Steve Jobs takes us behind the scenes of the digital revolution, to paint a portrait of the man at its epicenter. The story unfolds backstage at three iconic product launches, ending in 1998 with the unveiling of the iMac.
The story of Ray Kroc, a salesman who turned two brothers' innovative fast food eatery, McDonald's, into the biggest restaurant business in the world, with a combination of ambition, persistence, and ruthlessness.
John Lee Hancock
John Carroll Lynch
As Harvard student Mark Zuckerberg creates the social networking site that would become known as Facebook, he is sued by the twins who claimed he stole their idea, and by the co-founder who was later squeezed out of the business.
Two salesmen whose careers have been torpedoed by the digital age find their way into a coveted internship at Google, where they must compete with a group of young, tech-savvy geniuses for a shot at employment.
The film opens in 2001 with a middle-aged Steve Jobs (Ashton Kutcher) introducing the iPod at an Apple Town Hall meeting. It then flashes back to Reed College in 1974. Jobs had already dropped out due to the high expense of tuition, but was still attending classes with the approval of Dean Jack Dudman (James Woods) who took him under his wing. Jobs is particularly interested in a course on calligraphy. He meets up with his friend Daniel Kottke (Lukas Haas) who is excited to see that Jobs is holding a copy of Be Here Now by Baba Ram Dass. Influenced by this book and his experiences with LSD, Jobs and Kottke spend time in India. Two years later, Jobs is back in Los Altos, California living at home with his adoptive parents Paul (John Getz) and Clara (Lesley Ann Warren). He is working for Atari and develops a partnership with his friend Steve Wozniak (Josh Gad) after he sees that Wozniak has built a personal computer (the Apple I). They name their new company Apple Computer, though ...
Failure in "Thinking Differently" : a Poorly Marketed Good Drama movie about an Epoch-making Achievement, and absolutely not a Biography movie
Steve Jobs(R.I.P) October,5th,2011.
jOBS is not a biography movie like Citizen Kane, Gandhi, The Last Emperor, The Last King of Scotland, Malcolm X, and Gladiator. But it takes all the genre clichés from these movies, while following the same story structure of Social Network.
Since I mentioned David Fincher's movie Social Network, I will start my review with the major problem in jOBS: Considering Social Network was an aptly marketed everyone's hero style of an average business-drama movie, in order to market a Steve Jobs life story appropriately, this wasn't the right choice. The cause of this marketing errors are the trailer, the poster with Ashton Kutcher on it, and the movie itself with Ashton Kutcher starring in it.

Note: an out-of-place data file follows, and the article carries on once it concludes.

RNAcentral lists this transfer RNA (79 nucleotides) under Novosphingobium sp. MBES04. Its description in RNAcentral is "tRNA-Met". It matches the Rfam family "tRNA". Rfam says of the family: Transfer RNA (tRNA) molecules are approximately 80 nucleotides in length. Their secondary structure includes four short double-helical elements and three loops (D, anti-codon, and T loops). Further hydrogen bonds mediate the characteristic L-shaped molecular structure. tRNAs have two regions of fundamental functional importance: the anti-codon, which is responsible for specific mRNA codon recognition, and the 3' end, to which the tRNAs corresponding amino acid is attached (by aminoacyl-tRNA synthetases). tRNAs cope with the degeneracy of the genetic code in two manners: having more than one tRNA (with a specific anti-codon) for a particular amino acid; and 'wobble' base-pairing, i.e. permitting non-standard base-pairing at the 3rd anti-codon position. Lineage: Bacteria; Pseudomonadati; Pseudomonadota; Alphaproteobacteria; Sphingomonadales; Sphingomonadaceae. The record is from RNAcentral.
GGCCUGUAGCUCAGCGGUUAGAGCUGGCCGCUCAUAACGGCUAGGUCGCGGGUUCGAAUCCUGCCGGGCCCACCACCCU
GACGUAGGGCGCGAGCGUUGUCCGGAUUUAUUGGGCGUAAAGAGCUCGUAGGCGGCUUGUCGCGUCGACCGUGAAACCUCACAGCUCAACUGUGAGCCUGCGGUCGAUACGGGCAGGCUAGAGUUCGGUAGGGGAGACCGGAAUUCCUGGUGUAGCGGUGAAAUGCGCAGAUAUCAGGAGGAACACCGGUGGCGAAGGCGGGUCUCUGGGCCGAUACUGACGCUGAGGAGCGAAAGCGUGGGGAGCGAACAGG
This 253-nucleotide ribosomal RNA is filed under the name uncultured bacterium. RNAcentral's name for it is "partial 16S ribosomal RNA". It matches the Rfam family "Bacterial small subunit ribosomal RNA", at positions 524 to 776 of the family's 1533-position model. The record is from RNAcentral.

Then what is jOBS about? jOBS is just a simple telling of a person's epoch-making achievement like Schindler's List, Spartacus, Raging Bull, Braveheart, Papillon, The Pianist, and even David Lnych's The Straight Story. jOBS has more than a few things in common with those movies including the pain of sacrificing your beloved ones in order to succeed in your career, including similar character traits, similar ethical beliefs, similar moral decisions. jOBS is only a brief telling of what Steve Jobs gave to the Macintosh computers, just like what Oscar Schindler gave to Jews, and what Braveheart gave to Scotland. You can't expect to see the birth and death of Steve Jobs in this movie. This is not a biopic, instead it's a drama, poorly marketed good business-drama.
There are both strong and weak points in the technical side of jOBS. As a start, having no narration is a strong point, yet having not explained why Steve Jobs dropped out from college is crucially a weak point. Ashton Kutcher takes his girlfriend and goes behind bushes in the country and smokes weed. Then we get to figure it out that Steve Jobs has dropped out from college because he smoked weed and got his girlfriend pregnant. Refusing the birth of his first child due to his busy work schedules, Steve Jobs character has been made more weaker and weaker minute after minute. There is certainly a rule of character growth followed in this film, but none of this film's audiences have really bought that character growing incidents.
This is an average business-drama movie, set in the world of entrepreneurial minds. You're lonely, you always keep a positive mind but always looking for a person to trust, you are goal-oriented, you take maximum risks for every little achievements in your life, you are a reliable friend to your colleagues but they are always afraid of you, and you see every step in your life as a competition with someone else's steps in their lives...
This is a strong premise that killed the sense of making a Steve Jobs movie to honor his memory. This movie should have been made in 1997, when Steve Jobs have become the de facto chief CEO of Macintosh. And this movie could have been titled "Think Differently" as this is what it is only about. If this has been a movie called "Think Differently" made in 1997, then it could earn some recognition. Now people would come to you and ask "What did Steve Jobs do for the last 14 years of his life as a CEO in Apple?"
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